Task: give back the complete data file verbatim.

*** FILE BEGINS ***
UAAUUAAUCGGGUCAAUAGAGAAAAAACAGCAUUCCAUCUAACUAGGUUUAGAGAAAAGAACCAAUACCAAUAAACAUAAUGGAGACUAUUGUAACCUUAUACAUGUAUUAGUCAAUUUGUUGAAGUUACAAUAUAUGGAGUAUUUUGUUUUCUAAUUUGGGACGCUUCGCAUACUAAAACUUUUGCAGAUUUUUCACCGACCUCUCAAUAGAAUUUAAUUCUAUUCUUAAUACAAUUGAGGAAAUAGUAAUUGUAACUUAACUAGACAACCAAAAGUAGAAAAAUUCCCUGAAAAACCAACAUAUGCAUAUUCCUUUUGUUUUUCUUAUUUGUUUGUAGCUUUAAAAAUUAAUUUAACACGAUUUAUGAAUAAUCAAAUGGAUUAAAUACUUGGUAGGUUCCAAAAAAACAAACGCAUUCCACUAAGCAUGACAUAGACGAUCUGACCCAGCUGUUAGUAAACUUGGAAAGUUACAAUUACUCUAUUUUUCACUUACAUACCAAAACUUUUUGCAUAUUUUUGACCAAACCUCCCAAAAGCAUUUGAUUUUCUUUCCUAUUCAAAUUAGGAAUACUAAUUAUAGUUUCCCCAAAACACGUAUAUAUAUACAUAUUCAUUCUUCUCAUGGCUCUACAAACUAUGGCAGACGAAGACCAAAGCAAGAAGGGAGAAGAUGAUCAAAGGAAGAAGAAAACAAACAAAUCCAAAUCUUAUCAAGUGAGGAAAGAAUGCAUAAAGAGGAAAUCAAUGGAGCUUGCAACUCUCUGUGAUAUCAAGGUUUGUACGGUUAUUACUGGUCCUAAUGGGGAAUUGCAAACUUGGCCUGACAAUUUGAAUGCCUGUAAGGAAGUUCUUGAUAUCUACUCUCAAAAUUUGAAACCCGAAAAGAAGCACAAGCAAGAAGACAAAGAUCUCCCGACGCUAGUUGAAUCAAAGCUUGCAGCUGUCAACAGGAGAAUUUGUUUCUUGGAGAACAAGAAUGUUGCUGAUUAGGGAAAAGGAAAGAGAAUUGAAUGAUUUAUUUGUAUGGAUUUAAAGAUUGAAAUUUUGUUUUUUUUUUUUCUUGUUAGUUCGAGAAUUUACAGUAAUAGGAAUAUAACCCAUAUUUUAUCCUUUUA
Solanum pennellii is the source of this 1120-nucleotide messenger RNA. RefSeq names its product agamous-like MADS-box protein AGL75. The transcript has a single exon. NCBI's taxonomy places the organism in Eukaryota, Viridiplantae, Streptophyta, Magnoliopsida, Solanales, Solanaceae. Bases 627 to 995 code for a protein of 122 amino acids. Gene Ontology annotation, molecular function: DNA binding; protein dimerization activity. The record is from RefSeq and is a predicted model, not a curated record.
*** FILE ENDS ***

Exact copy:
UAAUUAAUCGGGUCAAUAGAGAAAAAACAGCAUUCCAUCUAACUAGGUUUAGAGAAAAGAACCAAUACCAAUAAACAUAAUGGAGACUAUUGUAACCUUAUACAUGUAUUAGUCAAUUUGUUGAAGUUACAAUAUAUGGAGUAUUUUGUUUUCUAAUUUGGGACGCUUCGCAUACUAAAACUUUUGCAGAUUUUUCACCGACCUCUCAAUAGAAUUUAAUUCUAUUCUUAAUACAAUUGAGGAAAUAGUAAUUGUAACUUAACUAGACAACCAAAAGUAGAAAAAUUCCCUGAAAAACCAACAUAUGCAUAUUCCUUUUGUUUUUCUUAUUUGUUUGUAGCUUUAAAAAUUAAUUUAACACGAUUUAUGAAUAAUCAAAUGGAUUAAAUACUUGGUAGGUUCCAAAAAAACAAACGCAUUCCACUAAGCAUGACAUAGACGAUCUGACCCAGCUGUUAGUAAACUUGGAAAGUUACAAUUACUCUAUUUUUCACUUACAUACCAAAACUUUUUGCAUAUUUUUGACCAAACCUCCCAAAAGCAUUUGAUUUUCUUUCCUAUUCAAAUUAGGAAUACUAAUUAUAGUUUCCCCAAAACACGUAUAUAUAUACAUAUUCAUUCUUCUCAUGGCUCUACAAACUAUGGCAGACGAAGACCAAAGCAAGAAGGGAGAAGAUGAUCAAAGGAAGAAGAAAACAAACAAAUCCAAAUCUUAUCAAGUGAGGAAAGAAUGCAUAAAGAGGAAAUCAAUGGAGCUUGCAACUCUCUGUGAUAUCAAGGUUUGUACGGUUAUUACUGGUCCUAAUGGGGAAUUGCAAACUUGGCCUGACAAUUUGAAUGCCUGUAAGGAAGUUCUUGAUAUCUACUCUCAAAAUUUGAAACCCGAAAAGAAGCACAAGCAAGAAGACAAAGAUCUCCCGACGCUAGUUGAAUCAAAGCUUGCAGCUGUCAACAGGAGAAUUUGUUUCUUGGAGAACAAGAAUGUUGCUGAUUAGGGAAAAGGAAAGAGAAUUGAAUGAUUUAUUUGUAUGGAUUUAAAGAUUGAAAUUUUGUUUUUUUUUUUUCUUGUUAGUUCGAGAAUUUACAGUAAUAGGAAUAUAACCCAUAUUUUAUCCUUUUA
Solanum pennellii is the source of this 1120-nucleotide messenger RNA. RefSeq names its product agamous-like MADS-box protein AGL75. The transcript has a single exon. NCBI's taxonomy places the organism in Eukaryota, Viridiplantae, Streptophyta, Magnoliopsida, Solanales, Solanaceae. Bases 627 to 995 code for a protein of 122 amino acids. Gene Ontology annotation, molecular function: DNA binding; protein dimerization activity. The record is from RefSeq and is a predicted model, not a curated record.